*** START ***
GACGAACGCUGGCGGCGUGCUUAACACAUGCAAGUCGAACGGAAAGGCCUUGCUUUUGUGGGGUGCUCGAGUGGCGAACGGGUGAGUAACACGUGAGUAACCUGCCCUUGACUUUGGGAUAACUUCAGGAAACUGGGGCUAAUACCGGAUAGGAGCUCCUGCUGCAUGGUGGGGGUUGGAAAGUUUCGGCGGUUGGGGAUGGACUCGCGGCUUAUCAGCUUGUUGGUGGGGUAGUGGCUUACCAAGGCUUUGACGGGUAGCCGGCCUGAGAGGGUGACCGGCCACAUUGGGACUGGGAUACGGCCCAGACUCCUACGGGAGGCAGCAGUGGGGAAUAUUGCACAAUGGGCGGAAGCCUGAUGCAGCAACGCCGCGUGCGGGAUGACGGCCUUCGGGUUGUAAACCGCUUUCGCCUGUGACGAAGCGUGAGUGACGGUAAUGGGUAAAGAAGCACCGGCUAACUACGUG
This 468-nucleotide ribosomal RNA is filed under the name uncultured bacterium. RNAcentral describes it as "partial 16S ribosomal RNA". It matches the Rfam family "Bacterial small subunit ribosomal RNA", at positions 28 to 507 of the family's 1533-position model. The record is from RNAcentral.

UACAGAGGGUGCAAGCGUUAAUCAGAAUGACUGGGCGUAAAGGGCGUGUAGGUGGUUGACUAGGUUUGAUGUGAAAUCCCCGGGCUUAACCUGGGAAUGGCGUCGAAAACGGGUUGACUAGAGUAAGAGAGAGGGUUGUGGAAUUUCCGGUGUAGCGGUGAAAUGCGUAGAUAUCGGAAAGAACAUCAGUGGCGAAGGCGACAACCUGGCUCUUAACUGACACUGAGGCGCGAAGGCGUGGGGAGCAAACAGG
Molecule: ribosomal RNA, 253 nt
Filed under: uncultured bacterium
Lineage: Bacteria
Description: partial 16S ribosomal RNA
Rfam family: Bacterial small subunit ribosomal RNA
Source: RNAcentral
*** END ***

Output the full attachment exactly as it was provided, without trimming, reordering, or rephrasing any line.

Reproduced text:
GACGAACGCUGGCGGCGUGCUUAACACAUGCAAGUCGAACGGAAAGGCCUUGCUUUUGUGGGGUGCUCGAGUGGCGAACGGGUGAGUAACACGUGAGUAACCUGCCCUUGACUUUGGGAUAACUUCAGGAAACUGGGGCUAAUACCGGAUAGGAGCUCCUGCUGCAUGGUGGGGGUUGGAAAGUUUCGGCGGUUGGGGAUGGACUCGCGGCUUAUCAGCUUGUUGGUGGGGUAGUGGCUUACCAAGGCUUUGACGGGUAGCCGGCCUGAGAGGGUGACCGGCCACAUUGGGACUGGGAUACGGCCCAGACUCCUACGGGAGGCAGCAGUGGGGAAUAUUGCACAAUGGGCGGAAGCCUGAUGCAGCAACGCCGCGUGCGGGAUGACGGCCUUCGGGUUGUAAACCGCUUUCGCCUGUGACGAAGCGUGAGUGACGGUAAUGGGUAAAGAAGCACCGGCUAACUACGUG
This 468-nucleotide ribosomal RNA is filed under the name uncultured bacterium. RNAcentral describes it as "partial 16S ribosomal RNA". It matches the Rfam family "Bacterial small subunit ribosomal RNA", at positions 28 to 507 of the family's 1533-position model. The record is from RNAcentral.

UACAGAGGGUGCAAGCGUUAAUCAGAAUGACUGGGCGUAAAGGGCGUGUAGGUGGUUGACUAGGUUUGAUGUGAAAUCCCCGGGCUUAACCUGGGAAUGGCGUCGAAAACGGGUUGACUAGAGUAAGAGAGAGGGUUGUGGAAUUUCCGGUGUAGCGGUGAAAUGCGUAGAUAUCGGAAAGAACAUCAGUGGCGAAGGCGACAACCUGGCUCUUAACUGACACUGAGGCGCGAAGGCGUGGGGAGCAAACAGG
Molecule: ribosomal RNA, 253 nt
Filed under: uncultured bacterium
Lineage: Bacteria
Description: partial 16S ribosomal RNA
Rfam family: Bacterial small subunit ribosomal RNA
Source: RNAcentral